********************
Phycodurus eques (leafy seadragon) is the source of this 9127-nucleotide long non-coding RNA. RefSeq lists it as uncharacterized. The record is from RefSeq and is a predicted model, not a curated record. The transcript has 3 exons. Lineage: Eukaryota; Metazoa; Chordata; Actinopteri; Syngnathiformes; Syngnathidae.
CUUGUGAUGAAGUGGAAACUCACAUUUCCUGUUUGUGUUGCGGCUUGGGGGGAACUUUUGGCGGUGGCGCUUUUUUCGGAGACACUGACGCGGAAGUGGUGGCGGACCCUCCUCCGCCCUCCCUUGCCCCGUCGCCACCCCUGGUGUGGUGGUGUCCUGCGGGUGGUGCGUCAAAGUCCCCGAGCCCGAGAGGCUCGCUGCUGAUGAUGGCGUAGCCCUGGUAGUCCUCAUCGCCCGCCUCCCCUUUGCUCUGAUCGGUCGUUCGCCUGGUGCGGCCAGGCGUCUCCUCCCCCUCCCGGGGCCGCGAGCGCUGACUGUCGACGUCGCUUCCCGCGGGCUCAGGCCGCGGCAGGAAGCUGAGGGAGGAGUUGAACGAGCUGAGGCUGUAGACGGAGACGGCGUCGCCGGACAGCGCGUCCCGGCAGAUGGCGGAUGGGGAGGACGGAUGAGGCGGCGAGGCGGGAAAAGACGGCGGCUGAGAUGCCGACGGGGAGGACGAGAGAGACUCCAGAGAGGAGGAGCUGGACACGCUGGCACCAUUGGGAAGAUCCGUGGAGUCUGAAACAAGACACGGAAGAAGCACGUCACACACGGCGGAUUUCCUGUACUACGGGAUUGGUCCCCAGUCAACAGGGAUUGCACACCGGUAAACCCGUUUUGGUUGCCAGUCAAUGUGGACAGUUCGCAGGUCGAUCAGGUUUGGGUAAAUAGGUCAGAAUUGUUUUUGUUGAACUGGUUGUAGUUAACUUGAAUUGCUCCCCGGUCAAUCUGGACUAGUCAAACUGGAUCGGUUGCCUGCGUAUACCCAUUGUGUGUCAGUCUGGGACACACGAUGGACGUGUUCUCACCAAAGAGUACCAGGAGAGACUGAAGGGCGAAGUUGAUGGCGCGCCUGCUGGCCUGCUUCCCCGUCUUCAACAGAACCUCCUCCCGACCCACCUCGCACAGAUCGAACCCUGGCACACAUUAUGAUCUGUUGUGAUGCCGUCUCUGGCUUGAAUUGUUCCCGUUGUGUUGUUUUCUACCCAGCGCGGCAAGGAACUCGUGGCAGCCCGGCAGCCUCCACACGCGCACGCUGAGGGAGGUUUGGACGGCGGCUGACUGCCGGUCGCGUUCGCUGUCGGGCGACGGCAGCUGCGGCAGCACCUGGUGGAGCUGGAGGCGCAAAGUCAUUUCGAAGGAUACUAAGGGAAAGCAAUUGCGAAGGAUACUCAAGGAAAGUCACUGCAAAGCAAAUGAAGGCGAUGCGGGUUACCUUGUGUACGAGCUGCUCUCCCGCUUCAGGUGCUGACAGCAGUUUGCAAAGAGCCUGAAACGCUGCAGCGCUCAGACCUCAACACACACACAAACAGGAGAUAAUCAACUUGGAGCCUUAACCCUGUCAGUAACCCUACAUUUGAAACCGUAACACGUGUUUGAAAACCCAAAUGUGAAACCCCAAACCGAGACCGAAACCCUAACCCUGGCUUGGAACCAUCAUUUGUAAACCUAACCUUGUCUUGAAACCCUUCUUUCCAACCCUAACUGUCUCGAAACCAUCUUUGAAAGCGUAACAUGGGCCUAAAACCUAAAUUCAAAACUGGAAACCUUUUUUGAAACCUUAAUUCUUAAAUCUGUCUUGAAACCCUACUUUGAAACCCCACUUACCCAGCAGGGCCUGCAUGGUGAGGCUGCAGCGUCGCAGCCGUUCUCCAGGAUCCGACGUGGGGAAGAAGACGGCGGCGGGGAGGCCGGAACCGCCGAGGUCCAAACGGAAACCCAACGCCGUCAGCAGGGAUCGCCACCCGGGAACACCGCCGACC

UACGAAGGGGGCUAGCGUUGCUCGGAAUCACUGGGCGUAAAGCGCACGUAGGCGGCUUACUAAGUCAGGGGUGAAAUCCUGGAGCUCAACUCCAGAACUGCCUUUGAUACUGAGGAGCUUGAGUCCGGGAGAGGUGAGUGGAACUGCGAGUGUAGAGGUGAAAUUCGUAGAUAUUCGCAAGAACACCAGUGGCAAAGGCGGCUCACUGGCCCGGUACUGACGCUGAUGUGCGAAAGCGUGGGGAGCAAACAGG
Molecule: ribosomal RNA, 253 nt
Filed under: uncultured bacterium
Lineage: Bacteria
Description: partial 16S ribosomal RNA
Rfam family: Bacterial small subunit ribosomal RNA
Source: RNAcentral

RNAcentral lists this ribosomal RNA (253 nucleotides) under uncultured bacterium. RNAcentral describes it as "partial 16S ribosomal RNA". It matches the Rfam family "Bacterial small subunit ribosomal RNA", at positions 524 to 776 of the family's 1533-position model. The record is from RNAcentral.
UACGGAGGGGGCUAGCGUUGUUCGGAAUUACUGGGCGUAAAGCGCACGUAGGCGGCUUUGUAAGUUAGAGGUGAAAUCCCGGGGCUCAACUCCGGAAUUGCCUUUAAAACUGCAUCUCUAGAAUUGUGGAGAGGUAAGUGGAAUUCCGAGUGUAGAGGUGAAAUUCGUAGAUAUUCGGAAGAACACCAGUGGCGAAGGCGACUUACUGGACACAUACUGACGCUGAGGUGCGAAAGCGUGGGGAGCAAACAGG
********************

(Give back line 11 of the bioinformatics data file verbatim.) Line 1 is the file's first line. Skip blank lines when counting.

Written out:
UACGGAGGGGGCUAGCGUUGUUCGGAAUUACUGGGCGUAAAGCGCACGUAGGCGGCUUUGUAAGUUAGAGGUGAAAUCCCGGGGCUCAACUCCGGAAUUGCCUUUAAAACUGCAUCUCUAGAAUUGUGGAGAGGUAAGUGGAAUUCCGAGUGUAGAGGUGAAAUUCGUAGAUAUUCGGAAGAACACCAGUGGCGAAGGCGACUUACUGGACACAUACUGACGCUGAGGUGCGAAAGCGUGGGGAGCAAACAGG